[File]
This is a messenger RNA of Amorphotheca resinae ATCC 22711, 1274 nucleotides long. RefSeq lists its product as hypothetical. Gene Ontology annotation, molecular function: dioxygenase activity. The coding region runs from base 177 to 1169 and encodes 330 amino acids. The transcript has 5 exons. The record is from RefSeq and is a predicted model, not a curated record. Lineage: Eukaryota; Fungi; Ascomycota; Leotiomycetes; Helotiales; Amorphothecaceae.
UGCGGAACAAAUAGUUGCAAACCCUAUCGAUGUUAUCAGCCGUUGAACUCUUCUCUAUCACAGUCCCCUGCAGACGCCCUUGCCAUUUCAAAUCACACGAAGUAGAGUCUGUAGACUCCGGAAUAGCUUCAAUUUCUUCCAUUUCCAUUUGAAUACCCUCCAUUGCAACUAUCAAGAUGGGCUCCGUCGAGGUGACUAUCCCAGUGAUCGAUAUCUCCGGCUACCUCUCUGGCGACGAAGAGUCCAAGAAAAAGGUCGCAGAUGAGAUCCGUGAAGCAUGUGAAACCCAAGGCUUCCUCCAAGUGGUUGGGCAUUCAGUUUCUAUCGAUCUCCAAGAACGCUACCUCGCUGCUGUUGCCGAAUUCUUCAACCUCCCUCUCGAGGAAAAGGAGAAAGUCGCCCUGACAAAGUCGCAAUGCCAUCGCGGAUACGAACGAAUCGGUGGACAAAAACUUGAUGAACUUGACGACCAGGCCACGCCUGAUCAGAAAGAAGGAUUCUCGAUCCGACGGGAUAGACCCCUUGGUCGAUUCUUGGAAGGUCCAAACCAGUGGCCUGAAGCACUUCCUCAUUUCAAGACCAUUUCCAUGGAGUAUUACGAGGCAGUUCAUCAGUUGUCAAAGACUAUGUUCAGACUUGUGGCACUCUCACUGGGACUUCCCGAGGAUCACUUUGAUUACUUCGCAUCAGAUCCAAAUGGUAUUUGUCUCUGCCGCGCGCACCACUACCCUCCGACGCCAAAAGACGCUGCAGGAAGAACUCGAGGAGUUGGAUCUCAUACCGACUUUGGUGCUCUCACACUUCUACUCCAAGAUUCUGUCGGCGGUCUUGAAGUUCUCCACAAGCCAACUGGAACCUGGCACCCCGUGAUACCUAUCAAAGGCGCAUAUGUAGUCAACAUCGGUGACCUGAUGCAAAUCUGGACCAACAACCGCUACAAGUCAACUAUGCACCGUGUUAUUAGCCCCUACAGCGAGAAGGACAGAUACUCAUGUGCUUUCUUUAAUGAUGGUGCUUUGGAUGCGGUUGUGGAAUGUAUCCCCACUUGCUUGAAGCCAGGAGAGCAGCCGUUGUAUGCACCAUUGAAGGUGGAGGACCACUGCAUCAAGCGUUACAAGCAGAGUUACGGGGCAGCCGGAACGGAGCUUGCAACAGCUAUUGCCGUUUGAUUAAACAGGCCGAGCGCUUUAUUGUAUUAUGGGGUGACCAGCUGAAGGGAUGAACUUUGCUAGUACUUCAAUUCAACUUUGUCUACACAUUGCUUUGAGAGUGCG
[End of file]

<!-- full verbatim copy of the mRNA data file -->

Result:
This is a messenger RNA of Amorphotheca resinae ATCC 22711, 1274 nucleotides long. RefSeq lists its product as hypothetical. Gene Ontology annotation, molecular function: dioxygenase activity. The coding region runs from base 177 to 1169 and encodes 330 amino acids. The transcript has 5 exons. The record is from RefSeq and is a predicted model, not a curated record. Lineage: Eukaryota; Fungi; Ascomycota; Leotiomycetes; Helotiales; Amorphothecaceae.
UGCGGAACAAAUAGUUGCAAACCCUAUCGAUGUUAUCAGCCGUUGAACUCUUCUCUAUCACAGUCCCCUGCAGACGCCCUUGCCAUUUCAAAUCACACGAAGUAGAGUCUGUAGACUCCGGAAUAGCUUCAAUUUCUUCCAUUUCCAUUUGAAUACCCUCCAUUGCAACUAUCAAGAUGGGCUCCGUCGAGGUGACUAUCCCAGUGAUCGAUAUCUCCGGCUACCUCUCUGGCGACGAAGAGUCCAAGAAAAAGGUCGCAGAUGAGAUCCGUGAAGCAUGUGAAACCCAAGGCUUCCUCCAAGUGGUUGGGCAUUCAGUUUCUAUCGAUCUCCAAGAACGCUACCUCGCUGCUGUUGCCGAAUUCUUCAACCUCCCUCUCGAGGAAAAGGAGAAAGUCGCCCUGACAAAGUCGCAAUGCCAUCGCGGAUACGAACGAAUCGGUGGACAAAAACUUGAUGAACUUGACGACCAGGCCACGCCUGAUCAGAAAGAAGGAUUCUCGAUCCGACGGGAUAGACCCCUUGGUCGAUUCUUGGAAGGUCCAAACCAGUGGCCUGAAGCACUUCCUCAUUUCAAGACCAUUUCCAUGGAGUAUUACGAGGCAGUUCAUCAGUUGUCAAAGACUAUGUUCAGACUUGUGGCACUCUCACUGGGACUUCCCGAGGAUCACUUUGAUUACUUCGCAUCAGAUCCAAAUGGUAUUUGUCUCUGCCGCGCGCACCACUACCCUCCGACGCCAAAAGACGCUGCAGGAAGAACUCGAGGAGUUGGAUCUCAUACCGACUUUGGUGCUCUCACACUUCUACUCCAAGAUUCUGUCGGCGGUCUUGAAGUUCUCCACAAGCCAACUGGAACCUGGCACCCCGUGAUACCUAUCAAAGGCGCAUAUGUAGUCAACAUCGGUGACCUGAUGCAAAUCUGGACCAACAACCGCUACAAGUCAACUAUGCACCGUGUUAUUAGCCCCUACAGCGAGAAGGACAGAUACUCAUGUGCUUUCUUUAAUGAUGGUGCUUUGGAUGCGGUUGUGGAAUGUAUCCCCACUUGCUUGAAGCCAGGAGAGCAGCCGUUGUAUGCACCAUUGAAGGUGGAGGACCACUGCAUCAAGCGUUACAAGCAGAGUUACGGGGCAGCCGGAACGGAGCUUGCAACAGCUAUUGCCGUUUGAUUAAACAGGCCGAGCGCUUUAUUGUAUUAUGGGGUGACCAGCUGAAGGGAUGAACUUUGCUAGUACUUCAAUUCAACUUUGUCUACACAUUGCUUUGAGAGUGCG